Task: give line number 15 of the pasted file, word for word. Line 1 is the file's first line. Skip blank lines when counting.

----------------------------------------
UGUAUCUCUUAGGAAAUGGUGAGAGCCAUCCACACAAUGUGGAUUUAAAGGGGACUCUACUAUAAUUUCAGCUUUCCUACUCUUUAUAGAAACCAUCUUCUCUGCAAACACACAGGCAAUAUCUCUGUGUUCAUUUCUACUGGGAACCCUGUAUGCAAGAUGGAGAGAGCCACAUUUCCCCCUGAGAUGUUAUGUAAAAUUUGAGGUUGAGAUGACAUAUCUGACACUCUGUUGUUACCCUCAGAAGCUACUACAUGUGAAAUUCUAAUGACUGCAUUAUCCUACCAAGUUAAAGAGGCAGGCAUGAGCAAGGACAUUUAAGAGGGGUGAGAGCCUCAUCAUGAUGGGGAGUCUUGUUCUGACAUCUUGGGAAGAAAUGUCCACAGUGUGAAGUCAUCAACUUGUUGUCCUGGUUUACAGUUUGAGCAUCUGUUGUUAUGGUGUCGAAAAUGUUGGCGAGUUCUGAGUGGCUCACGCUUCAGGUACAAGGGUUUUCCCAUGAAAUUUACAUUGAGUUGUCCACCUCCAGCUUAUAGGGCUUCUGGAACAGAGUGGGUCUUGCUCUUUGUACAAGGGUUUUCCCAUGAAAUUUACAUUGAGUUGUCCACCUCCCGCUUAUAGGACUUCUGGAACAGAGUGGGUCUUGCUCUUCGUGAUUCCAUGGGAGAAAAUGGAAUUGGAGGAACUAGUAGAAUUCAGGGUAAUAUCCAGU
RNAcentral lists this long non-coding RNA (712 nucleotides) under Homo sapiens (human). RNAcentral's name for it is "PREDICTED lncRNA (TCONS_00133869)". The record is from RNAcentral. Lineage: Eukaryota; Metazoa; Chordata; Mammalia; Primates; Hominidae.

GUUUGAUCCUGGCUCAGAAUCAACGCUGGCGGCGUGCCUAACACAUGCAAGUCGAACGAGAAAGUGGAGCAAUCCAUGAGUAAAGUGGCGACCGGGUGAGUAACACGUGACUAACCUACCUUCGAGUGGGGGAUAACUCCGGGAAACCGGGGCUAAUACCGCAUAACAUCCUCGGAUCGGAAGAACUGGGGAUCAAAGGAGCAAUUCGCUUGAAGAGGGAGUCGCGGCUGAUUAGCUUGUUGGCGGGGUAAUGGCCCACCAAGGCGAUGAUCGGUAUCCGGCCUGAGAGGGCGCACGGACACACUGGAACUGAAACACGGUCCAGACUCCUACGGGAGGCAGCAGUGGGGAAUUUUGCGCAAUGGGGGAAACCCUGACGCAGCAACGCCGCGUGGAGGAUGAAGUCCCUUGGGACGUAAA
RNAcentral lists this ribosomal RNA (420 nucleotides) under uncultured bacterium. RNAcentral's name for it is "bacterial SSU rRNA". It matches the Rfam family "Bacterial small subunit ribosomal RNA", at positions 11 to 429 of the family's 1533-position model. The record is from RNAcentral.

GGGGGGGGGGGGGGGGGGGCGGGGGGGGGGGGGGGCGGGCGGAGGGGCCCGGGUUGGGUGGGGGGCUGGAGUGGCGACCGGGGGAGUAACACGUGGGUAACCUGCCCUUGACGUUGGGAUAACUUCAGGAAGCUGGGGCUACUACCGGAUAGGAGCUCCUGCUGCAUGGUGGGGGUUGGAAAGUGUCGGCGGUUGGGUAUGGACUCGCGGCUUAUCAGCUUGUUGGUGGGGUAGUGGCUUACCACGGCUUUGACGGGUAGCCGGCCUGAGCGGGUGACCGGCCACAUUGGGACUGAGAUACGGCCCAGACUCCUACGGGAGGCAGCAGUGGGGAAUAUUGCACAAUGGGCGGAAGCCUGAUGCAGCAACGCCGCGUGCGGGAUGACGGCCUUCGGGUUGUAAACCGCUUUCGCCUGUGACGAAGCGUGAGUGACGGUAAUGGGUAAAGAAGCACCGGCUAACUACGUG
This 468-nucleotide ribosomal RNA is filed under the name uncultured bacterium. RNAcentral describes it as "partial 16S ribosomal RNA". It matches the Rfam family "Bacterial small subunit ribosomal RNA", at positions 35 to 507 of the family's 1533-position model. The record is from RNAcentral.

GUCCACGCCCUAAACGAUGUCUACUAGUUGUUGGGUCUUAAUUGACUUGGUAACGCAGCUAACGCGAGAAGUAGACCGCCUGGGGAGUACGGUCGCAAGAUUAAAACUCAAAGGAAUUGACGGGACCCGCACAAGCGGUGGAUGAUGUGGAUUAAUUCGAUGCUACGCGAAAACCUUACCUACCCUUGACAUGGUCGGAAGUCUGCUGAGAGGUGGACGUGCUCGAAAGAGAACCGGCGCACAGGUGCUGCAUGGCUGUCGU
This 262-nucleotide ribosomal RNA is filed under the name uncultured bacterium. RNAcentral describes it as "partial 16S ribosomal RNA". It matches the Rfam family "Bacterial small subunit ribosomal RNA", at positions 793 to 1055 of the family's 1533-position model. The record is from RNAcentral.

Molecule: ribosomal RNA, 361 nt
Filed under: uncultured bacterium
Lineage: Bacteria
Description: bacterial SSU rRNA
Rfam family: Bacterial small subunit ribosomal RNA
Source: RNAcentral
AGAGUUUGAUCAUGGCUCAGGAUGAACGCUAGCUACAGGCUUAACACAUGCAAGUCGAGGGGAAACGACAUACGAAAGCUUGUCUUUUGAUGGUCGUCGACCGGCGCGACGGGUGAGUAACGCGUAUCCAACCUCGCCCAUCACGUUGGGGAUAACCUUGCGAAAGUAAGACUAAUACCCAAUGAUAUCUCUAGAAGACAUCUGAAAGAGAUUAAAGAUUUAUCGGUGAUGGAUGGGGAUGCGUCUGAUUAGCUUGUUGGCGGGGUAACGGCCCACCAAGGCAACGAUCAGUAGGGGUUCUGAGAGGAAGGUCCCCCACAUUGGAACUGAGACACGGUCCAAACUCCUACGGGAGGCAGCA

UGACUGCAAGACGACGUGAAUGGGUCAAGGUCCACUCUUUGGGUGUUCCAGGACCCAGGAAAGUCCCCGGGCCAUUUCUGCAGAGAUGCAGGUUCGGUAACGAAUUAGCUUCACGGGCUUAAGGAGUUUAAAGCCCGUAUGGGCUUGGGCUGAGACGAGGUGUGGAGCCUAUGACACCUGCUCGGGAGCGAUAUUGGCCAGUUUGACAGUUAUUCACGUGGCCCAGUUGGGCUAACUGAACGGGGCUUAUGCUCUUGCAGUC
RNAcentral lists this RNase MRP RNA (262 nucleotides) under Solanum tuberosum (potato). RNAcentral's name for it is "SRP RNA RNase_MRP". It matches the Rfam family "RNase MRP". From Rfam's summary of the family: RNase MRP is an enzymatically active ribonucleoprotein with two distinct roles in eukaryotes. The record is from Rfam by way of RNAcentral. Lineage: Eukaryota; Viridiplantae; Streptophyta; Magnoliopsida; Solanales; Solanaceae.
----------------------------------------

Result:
AGAGUUUGAUCAUGGCUCAGGAUGAACGCUAGCUACAGGCUUAACACAUGCAAGUCGAGGGGAAACGACAUACGAAAGCUUGUCUUUUGAUGGUCGUCGACCGGCGCGACGGGUGAGUAACGCGUAUCCAACCUCGCCCAUCACGUUGGGGAUAACCUUGCGAAAGUAAGACUAAUACCCAAUGAUAUCUCUAGAAGACAUCUGAAAGAGAUUAAAGAUUUAUCGGUGAUGGAUGGGGAUGCGUCUGAUUAGCUUGUUGGCGGGGUAACGGCCCACCAAGGCAACGAUCAGUAGGGGUUCUGAGAGGAAGGUCCCCCACAUUGGAACUGAGACACGGUCCAAACUCCUACGGGAGGCAGCA